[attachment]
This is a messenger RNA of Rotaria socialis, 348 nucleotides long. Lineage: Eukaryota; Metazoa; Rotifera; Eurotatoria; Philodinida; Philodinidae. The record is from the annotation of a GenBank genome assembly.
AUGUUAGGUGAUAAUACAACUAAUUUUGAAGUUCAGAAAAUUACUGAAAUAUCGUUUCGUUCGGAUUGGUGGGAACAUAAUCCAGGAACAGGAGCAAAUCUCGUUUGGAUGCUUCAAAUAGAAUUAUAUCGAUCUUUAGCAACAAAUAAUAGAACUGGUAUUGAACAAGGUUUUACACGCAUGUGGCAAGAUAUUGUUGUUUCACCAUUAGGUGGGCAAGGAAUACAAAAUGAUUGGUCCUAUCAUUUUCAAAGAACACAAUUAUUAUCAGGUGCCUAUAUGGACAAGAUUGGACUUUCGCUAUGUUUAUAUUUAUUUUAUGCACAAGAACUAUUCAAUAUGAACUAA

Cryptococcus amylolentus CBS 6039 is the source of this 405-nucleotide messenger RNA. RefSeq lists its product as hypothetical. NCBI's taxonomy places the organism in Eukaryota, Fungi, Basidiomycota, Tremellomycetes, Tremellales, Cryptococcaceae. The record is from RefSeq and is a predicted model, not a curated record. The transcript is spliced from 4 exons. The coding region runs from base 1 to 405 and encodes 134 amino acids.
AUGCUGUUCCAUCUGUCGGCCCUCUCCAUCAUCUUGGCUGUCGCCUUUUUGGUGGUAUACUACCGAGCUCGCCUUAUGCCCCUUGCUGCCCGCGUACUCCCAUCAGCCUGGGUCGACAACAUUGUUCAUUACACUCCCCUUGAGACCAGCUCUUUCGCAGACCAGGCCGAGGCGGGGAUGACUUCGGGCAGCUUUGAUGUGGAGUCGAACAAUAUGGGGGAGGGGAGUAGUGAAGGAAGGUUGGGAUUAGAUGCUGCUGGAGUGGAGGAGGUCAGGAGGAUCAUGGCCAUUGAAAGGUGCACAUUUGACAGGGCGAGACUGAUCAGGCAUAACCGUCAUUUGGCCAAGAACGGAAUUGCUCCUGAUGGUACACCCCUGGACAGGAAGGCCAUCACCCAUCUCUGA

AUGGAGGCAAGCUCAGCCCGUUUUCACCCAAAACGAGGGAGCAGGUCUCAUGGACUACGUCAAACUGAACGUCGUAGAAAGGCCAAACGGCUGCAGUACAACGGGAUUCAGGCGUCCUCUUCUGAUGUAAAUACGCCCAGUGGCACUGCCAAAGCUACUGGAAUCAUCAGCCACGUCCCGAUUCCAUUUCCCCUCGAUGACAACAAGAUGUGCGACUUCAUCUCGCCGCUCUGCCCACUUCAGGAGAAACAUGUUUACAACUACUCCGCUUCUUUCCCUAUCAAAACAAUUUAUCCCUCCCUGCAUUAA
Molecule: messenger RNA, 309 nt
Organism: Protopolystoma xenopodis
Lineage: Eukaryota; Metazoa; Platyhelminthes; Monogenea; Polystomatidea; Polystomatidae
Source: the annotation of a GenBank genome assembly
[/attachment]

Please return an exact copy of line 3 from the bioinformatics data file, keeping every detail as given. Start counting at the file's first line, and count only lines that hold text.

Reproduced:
Cryptococcus amylolentus CBS 6039 is the source of this 405-nucleotide messenger RNA. RefSeq lists its product as hypothetical. NCBI's taxonomy places the organism in Eukaryota, Fungi, Basidiomycota, Tremellomycetes, Tremellales, Cryptococcaceae. The record is from RefSeq and is a predicted model, not a curated record. The transcript is spliced from 4 exons. The coding region runs from base 1 to 405 and encodes 134 amino acids.